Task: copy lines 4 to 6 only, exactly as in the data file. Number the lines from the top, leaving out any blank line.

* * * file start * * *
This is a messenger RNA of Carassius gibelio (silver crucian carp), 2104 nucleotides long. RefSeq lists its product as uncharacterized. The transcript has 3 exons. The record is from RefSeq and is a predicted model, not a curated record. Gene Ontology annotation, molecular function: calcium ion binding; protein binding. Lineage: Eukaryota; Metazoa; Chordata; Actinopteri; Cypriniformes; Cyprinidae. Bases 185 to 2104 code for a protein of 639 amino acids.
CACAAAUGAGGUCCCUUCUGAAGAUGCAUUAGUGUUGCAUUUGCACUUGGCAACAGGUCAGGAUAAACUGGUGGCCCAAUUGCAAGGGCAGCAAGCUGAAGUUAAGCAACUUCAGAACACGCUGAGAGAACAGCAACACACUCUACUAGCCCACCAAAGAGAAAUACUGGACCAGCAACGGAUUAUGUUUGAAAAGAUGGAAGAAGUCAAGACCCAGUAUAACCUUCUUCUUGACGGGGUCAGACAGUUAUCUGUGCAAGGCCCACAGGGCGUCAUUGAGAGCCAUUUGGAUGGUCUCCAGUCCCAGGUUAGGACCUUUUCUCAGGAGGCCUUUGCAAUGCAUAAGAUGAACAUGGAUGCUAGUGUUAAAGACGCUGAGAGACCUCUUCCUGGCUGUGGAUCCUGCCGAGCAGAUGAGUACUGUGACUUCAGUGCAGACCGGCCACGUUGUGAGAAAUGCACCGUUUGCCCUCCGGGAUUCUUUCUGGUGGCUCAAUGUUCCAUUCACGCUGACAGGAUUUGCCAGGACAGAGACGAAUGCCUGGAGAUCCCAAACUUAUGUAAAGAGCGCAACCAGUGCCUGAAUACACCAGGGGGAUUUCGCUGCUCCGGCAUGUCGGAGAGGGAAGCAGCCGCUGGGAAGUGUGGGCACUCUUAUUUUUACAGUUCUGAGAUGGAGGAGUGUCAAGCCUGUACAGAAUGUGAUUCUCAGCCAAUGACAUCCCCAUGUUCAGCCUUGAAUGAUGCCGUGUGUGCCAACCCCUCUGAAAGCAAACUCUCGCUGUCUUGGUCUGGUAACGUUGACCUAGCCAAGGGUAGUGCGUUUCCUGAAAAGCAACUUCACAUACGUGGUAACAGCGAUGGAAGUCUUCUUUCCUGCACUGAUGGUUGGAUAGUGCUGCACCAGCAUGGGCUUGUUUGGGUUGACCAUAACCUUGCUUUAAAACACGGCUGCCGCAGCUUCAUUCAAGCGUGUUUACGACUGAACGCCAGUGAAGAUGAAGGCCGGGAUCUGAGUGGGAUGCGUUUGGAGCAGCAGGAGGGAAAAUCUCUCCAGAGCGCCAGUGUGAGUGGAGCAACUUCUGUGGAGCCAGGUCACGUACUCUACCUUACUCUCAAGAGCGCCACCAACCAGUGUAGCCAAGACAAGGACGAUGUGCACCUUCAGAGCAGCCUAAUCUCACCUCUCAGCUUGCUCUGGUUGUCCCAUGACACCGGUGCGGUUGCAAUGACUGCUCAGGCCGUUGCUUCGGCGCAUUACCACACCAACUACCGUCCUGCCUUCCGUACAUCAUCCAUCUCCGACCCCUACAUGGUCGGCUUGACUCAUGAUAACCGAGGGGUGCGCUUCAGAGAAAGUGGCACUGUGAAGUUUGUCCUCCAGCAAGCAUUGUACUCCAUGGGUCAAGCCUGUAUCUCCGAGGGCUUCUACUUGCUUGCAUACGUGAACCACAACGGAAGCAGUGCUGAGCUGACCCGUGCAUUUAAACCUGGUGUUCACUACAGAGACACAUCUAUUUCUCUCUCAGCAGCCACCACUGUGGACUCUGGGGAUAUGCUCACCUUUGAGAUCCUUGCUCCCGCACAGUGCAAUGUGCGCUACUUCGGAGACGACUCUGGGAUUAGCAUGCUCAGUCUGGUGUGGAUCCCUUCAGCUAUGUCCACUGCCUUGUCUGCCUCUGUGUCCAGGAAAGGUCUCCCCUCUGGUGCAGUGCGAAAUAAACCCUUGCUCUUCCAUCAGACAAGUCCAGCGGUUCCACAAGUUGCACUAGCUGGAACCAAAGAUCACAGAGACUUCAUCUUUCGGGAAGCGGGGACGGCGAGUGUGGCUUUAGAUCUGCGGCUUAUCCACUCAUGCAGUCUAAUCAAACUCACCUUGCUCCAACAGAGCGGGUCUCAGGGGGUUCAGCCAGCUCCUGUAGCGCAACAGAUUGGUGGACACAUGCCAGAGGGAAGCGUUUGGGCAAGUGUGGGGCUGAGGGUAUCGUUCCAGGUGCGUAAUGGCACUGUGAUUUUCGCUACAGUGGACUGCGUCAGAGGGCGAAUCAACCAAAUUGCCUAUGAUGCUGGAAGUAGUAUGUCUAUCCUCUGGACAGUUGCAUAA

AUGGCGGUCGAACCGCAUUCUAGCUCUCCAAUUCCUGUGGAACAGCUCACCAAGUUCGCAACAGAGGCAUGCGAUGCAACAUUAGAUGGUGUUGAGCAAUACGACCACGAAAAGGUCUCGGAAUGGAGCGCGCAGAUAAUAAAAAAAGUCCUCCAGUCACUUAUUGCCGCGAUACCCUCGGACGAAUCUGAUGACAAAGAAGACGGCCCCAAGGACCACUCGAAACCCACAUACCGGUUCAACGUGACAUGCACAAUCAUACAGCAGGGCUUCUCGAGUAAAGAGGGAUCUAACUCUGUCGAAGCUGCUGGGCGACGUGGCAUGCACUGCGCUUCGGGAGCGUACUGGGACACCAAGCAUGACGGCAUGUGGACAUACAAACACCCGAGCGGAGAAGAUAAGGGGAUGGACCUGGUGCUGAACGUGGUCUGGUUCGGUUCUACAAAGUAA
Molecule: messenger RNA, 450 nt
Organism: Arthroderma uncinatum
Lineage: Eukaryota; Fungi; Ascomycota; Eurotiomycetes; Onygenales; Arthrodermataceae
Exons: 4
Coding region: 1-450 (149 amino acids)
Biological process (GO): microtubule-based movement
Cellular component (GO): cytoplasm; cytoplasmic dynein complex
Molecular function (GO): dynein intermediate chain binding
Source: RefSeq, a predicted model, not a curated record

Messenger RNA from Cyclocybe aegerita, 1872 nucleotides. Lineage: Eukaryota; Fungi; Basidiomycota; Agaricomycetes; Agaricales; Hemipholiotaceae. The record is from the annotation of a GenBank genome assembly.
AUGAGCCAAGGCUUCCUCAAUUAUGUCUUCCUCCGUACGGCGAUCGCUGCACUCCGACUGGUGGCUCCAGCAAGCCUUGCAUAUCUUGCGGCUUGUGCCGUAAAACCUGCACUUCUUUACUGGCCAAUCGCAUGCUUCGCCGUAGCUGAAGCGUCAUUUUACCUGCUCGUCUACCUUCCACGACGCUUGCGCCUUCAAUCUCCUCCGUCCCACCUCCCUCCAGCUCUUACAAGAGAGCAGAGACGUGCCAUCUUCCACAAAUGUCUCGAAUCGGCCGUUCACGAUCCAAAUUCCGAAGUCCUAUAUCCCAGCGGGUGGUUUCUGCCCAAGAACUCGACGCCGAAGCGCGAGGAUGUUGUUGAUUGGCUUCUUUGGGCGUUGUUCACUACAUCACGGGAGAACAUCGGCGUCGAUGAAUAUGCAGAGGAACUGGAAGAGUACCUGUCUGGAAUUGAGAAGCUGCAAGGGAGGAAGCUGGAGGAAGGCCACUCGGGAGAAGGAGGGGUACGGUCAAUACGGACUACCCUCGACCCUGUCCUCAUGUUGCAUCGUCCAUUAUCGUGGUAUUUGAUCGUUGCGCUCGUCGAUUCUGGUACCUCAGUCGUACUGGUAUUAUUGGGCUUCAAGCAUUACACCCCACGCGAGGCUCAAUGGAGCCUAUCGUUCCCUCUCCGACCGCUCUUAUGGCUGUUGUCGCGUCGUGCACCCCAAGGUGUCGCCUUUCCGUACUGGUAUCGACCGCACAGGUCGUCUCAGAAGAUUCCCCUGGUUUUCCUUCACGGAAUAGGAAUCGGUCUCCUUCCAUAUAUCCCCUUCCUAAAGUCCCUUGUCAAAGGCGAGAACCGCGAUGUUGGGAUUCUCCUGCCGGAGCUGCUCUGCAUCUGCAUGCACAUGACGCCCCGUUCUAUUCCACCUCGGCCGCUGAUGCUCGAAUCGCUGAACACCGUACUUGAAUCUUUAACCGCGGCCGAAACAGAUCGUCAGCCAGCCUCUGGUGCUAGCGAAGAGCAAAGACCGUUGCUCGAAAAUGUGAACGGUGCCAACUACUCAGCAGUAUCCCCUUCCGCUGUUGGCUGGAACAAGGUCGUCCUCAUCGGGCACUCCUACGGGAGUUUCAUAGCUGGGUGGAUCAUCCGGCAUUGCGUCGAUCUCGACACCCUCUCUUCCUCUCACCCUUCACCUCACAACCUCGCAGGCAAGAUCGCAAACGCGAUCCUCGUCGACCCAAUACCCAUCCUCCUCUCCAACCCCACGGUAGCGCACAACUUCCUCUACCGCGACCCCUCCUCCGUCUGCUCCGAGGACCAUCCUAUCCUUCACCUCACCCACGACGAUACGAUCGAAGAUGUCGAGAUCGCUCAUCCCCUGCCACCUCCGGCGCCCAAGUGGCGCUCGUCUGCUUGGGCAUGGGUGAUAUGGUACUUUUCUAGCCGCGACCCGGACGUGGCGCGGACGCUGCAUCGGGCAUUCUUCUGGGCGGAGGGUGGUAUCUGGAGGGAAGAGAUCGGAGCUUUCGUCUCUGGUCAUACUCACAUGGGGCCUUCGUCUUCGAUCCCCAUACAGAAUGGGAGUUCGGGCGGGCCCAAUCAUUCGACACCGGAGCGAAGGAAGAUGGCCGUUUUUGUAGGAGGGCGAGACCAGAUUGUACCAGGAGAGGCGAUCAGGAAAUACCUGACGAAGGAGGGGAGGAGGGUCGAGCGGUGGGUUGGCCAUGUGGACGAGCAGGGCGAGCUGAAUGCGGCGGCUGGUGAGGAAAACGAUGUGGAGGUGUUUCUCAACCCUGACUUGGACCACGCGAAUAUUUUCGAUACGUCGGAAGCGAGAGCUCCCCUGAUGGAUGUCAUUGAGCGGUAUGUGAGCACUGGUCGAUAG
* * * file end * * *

Molecule: messenger RNA, 450 nt
Organism: Arthroderma uncinatum
Lineage: Eukaryota; Fungi; Ascomycota; Eurotiomycetes; Onygenales; Arthrodermataceae